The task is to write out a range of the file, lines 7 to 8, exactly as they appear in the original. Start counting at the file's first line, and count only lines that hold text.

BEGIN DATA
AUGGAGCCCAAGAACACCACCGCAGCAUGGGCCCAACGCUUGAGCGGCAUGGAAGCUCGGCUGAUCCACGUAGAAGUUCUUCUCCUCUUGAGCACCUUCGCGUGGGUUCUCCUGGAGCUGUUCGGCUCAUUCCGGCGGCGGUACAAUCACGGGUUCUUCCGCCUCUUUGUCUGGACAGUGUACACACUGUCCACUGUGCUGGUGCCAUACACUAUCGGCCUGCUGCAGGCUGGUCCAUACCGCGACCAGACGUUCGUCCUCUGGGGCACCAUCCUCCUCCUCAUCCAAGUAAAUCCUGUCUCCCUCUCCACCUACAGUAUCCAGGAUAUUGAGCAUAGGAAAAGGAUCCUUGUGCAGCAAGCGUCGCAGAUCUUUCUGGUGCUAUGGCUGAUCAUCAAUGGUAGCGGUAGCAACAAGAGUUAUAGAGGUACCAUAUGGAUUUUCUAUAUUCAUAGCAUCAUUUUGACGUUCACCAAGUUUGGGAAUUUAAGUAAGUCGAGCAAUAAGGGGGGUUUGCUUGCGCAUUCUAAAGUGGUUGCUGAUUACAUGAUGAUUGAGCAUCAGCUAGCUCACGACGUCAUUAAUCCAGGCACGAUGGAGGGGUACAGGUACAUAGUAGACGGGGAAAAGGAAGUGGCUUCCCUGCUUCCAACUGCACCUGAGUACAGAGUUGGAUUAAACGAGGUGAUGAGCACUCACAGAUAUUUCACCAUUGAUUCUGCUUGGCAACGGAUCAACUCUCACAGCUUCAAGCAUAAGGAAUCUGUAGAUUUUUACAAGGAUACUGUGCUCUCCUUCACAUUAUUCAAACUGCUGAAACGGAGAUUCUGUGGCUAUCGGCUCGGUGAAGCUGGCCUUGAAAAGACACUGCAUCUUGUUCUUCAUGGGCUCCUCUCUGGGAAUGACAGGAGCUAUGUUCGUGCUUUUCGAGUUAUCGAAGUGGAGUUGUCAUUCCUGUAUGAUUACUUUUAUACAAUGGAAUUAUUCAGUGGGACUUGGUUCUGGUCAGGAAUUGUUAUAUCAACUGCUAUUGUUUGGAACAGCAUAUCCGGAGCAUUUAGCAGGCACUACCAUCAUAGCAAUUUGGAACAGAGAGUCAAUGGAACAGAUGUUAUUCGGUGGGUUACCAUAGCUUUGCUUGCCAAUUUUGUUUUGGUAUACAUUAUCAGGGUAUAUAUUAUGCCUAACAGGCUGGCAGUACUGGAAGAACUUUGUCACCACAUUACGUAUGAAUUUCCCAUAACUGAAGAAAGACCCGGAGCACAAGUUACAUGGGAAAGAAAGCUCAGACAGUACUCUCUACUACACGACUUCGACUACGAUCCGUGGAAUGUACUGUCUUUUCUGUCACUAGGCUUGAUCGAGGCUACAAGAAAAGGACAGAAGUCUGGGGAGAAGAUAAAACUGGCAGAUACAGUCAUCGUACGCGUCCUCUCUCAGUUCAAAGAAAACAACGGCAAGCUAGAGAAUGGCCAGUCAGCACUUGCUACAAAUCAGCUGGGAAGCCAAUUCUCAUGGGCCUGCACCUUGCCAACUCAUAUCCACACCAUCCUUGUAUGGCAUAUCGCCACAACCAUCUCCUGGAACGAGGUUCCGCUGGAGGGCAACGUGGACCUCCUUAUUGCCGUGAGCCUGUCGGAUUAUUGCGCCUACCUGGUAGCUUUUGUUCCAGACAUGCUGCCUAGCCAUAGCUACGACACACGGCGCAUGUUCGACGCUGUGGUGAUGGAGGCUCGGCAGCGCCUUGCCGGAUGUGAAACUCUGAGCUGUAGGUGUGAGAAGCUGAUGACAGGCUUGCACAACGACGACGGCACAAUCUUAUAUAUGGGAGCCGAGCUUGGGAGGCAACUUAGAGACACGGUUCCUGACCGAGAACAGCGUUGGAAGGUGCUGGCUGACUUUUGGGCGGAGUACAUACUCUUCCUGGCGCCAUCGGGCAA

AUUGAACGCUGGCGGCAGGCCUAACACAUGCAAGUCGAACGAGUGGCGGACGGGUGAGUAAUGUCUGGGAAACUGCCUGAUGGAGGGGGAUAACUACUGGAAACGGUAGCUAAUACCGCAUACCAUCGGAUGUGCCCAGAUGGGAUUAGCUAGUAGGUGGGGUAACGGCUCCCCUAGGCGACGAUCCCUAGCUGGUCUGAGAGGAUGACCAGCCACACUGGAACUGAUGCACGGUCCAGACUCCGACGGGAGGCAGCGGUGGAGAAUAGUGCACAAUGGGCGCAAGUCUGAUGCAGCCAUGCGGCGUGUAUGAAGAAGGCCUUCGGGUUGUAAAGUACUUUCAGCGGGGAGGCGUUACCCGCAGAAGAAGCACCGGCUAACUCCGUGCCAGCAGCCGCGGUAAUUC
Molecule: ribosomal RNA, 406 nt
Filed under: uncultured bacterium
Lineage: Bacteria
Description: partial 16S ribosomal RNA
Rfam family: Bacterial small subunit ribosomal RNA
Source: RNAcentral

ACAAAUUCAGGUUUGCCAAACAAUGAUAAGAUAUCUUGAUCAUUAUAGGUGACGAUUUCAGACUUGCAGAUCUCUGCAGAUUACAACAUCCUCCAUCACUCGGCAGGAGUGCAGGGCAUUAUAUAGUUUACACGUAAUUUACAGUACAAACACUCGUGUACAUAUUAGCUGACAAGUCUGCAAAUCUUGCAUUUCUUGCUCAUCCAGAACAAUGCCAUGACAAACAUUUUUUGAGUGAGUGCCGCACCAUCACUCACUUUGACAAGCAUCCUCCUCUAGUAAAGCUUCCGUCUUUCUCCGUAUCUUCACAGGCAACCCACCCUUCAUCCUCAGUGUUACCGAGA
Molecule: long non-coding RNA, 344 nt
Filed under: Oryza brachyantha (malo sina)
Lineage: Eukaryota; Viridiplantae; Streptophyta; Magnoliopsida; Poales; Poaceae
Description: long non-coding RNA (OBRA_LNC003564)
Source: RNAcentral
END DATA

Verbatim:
Rfam family: Bacterial small subunit ribosomal RNA
Source: RNAcentral